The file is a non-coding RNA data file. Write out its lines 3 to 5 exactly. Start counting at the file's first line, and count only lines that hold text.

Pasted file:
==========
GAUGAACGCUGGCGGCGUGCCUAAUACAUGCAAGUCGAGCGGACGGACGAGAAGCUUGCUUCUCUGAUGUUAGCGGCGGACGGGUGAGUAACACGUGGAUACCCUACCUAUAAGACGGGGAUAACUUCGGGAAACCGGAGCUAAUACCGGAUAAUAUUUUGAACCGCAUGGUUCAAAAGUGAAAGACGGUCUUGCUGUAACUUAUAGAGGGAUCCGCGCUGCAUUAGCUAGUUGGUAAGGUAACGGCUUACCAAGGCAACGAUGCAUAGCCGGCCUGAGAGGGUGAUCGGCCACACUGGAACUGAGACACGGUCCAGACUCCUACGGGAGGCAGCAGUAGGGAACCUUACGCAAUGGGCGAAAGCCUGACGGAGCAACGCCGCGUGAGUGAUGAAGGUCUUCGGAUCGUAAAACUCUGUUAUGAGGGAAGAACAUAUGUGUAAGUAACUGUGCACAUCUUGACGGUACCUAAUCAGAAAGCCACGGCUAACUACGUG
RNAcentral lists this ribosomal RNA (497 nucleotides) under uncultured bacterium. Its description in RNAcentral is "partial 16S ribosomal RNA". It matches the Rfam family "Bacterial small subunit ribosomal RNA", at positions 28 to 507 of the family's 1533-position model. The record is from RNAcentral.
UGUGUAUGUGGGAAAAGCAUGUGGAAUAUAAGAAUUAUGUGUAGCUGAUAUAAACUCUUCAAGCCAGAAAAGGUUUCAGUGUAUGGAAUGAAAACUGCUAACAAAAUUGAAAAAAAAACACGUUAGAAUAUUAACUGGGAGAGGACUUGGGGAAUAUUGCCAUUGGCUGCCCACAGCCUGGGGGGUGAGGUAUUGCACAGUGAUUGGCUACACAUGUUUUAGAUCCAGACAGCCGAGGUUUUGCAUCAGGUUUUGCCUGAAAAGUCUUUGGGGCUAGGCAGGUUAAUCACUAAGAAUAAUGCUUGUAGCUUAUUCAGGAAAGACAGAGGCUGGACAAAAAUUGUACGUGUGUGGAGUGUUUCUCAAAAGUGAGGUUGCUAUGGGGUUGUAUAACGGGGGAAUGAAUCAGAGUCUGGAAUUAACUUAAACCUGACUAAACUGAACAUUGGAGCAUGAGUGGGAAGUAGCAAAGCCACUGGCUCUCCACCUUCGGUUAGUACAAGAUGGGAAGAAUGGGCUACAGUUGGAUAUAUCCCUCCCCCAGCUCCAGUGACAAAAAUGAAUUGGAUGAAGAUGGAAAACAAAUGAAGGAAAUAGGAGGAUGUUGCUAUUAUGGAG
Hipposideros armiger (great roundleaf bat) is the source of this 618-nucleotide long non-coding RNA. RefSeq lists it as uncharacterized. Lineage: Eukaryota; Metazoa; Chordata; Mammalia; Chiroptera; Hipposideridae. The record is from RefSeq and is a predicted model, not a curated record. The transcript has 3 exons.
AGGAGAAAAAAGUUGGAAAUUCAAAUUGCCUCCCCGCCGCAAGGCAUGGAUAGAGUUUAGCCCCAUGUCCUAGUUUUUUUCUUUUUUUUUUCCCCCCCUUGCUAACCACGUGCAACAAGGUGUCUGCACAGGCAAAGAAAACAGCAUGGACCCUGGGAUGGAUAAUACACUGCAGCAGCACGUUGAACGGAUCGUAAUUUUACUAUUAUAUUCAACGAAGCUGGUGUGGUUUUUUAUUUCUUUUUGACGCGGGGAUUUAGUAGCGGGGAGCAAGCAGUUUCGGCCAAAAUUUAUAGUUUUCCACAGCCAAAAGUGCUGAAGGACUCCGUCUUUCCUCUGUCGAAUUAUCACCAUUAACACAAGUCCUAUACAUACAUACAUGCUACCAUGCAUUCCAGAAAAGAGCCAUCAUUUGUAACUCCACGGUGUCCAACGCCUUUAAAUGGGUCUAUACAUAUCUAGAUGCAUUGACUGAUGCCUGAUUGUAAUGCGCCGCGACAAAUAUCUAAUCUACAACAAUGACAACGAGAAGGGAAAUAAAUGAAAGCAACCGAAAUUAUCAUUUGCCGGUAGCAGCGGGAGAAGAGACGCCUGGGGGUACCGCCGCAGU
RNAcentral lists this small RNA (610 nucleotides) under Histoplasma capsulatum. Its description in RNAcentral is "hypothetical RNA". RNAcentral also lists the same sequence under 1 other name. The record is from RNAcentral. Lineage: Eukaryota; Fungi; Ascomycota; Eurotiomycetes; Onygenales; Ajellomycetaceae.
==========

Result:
UGUGUAUGUGGGAAAAGCAUGUGGAAUAUAAGAAUUAUGUGUAGCUGAUAUAAACUCUUCAAGCCAGAAAAGGUUUCAGUGUAUGGAAUGAAAACUGCUAACAAAAUUGAAAAAAAAACACGUUAGAAUAUUAACUGGGAGAGGACUUGGGGAAUAUUGCCAUUGGCUGCCCACAGCCUGGGGGGUGAGGUAUUGCACAGUGAUUGGCUACACAUGUUUUAGAUCCAGACAGCCGAGGUUUUGCAUCAGGUUUUGCCUGAAAAGUCUUUGGGGCUAGGCAGGUUAAUCACUAAGAAUAAUGCUUGUAGCUUAUUCAGGAAAGACAGAGGCUGGACAAAAAUUGUACGUGUGUGGAGUGUUUCUCAAAAGUGAGGUUGCUAUGGGGUUGUAUAACGGGGGAAUGAAUCAGAGUCUGGAAUUAACUUAAACCUGACUAAACUGAACAUUGGAGCAUGAGUGGGAAGUAGCAAAGCCACUGGCUCUCCACCUUCGGUUAGUACAAGAUGGGAAGAAUGGGCUACAGUUGGAUAUAUCCCUCCCCCAGCUCCAGUGACAAAAAUGAAUUGGAUGAAGAUGGAAAACAAAUGAAGGAAAUAGGAGGAUGUUGCUAUUAUGGAG
Hipposideros armiger (great roundleaf bat) is the source of this 618-nucleotide long non-coding RNA. RefSeq lists it as uncharacterized. Lineage: Eukaryota; Metazoa; Chordata; Mammalia; Chiroptera; Hipposideridae. The record is from RefSeq and is a predicted model, not a curated record. The transcript has 3 exons.
AGGAGAAAAAAGUUGGAAAUUCAAAUUGCCUCCCCGCCGCAAGGCAUGGAUAGAGUUUAGCCCCAUGUCCUAGUUUUUUUCUUUUUUUUUUCCCCCCCUUGCUAACCACGUGCAACAAGGUGUCUGCACAGGCAAAGAAAACAGCAUGGACCCUGGGAUGGAUAAUACACUGCAGCAGCACGUUGAACGGAUCGUAAUUUUACUAUUAUAUUCAACGAAGCUGGUGUGGUUUUUUAUUUCUUUUUGACGCGGGGAUUUAGUAGCGGGGAGCAAGCAGUUUCGGCCAAAAUUUAUAGUUUUCCACAGCCAAAAGUGCUGAAGGACUCCGUCUUUCCUCUGUCGAAUUAUCACCAUUAACACAAGUCCUAUACAUACAUACAUGCUACCAUGCAUUCCAGAAAAGAGCCAUCAUUUGUAACUCCACGGUGUCCAACGCCUUUAAAUGGGUCUAUACAUAUCUAGAUGCAUUGACUGAUGCCUGAUUGUAAUGCGCCGCGACAAAUAUCUAAUCUACAACAAUGACAACGAGAAGGGAAAUAAAUGAAAGCAACCGAAAUUAUCAUUUGCCGGUAGCAGCGGGAGAAGAGACGCCUGGGGGUACCGCCGCAGU